As I look back on my life (I am 73 as of 24 July 2017), I sometimes wonder how I survived some of the stupid things I did. Many of those I don’t even wish to recall much less speak of. Yes, they were that dumb. I assumed, with advancing age and its associated experience, I would get better at avoiding that. Maybe not. And maybe it is advanced aging that is reversing some of my “learning”.
I recently had one of those “stupid stuff” experiences, and it was a real first for me. We were traveling by car to Florida with some friends. There were enough of us that we took two vehicles. I was driving my Ford F-150 crew cab with Janis and one passenger. It was lunch time, and we stopped at a gas station outside of Mobile, Alabama, for something to eat. The station had an attached Wendy’s hamburger joint. Unfortunately, parking was unusually limited for a station and restaurant combo as large as this one and finding a parking space was difficult. I finally found one at the end of a row and the ensuing conversation concerning whether or not the other car of friends also found one distracted me.
We got out and went inside, ordered lunch and had a relaxing meal. I informed Janis that I needed to go to the restroom before getting back on the road and sauntered off to attend to same. On the way, I happened to stick my hand in my pocket and discovered my truck key was not there, and I always lock my truck! Rats! No problem. I always give Janis the extra key when we travel—only this time I forgot to do so.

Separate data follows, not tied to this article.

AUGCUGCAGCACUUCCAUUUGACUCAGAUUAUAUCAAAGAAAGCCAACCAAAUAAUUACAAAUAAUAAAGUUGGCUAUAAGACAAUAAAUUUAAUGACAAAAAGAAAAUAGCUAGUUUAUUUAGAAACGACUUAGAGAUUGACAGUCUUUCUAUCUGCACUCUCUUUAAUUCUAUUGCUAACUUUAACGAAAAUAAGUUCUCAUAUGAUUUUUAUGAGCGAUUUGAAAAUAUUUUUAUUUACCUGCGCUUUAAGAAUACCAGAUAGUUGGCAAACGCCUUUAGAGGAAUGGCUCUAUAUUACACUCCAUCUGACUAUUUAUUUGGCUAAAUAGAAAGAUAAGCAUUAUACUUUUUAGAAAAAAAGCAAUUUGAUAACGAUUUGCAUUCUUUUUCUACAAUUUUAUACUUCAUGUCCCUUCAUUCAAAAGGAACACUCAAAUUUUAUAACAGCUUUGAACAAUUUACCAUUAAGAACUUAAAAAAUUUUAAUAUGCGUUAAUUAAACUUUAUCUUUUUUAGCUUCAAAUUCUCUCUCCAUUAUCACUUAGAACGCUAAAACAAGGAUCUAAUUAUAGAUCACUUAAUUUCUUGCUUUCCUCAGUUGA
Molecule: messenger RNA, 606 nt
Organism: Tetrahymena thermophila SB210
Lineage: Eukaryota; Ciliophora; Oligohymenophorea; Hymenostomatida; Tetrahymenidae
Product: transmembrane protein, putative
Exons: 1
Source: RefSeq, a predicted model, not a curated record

After attending to business I rejoined our group and asked—hopefully—if Janis had, by chance, grabbed the extra key out of the drawer when we left home. Nope. Still no problem. I have that key pad entry system on the truck, which I never use. I knew (hoped) the card with the code on it that Ford gave me when I bought the truck was still in my wallet. Half expecting my truck to be stolen, I immediately decamped for the parking lot with the rest of the crew in hot pursuit.
Upon arriving at the truck, I discovered the doors were not locked thus no need to search for the code card. I also discovered my wallet was in the console next to my pistol, the key was still in the ignition, and — AND — the engine was running!
That is the first time I have ever done something like that.
When I related that story to my friend Mike, he told me a story of a similar event he experienced. Mike does graphic installations both inside and outside of buildings. For outside installs, he often uses a lift trailer which will extend up to 30 feet. He drags that long trailer behind his Suburban when he has an outside installation to do a job that day. One day he needed to swing into Walmart to get something. She slipped the Suburban into a slot and went inside. About a half hour later he came out to discover he had forgotten he had the trailer that day. His suburban was in its parking space with that long lift trailer sticking out in the drive between the rows of parked cars. Whoops!
Inside installs often require the use of a ladder, and Mike sometimes pushes the envelope a bit too far. One night he was doing an install in a grocery store over the dairy section. He leaned out a bit too far and tipped the ladder over. He landed in the yogurt.
“Clean up in aisle seven!”
Sometimes I wonder if we will survive old age. Probably not…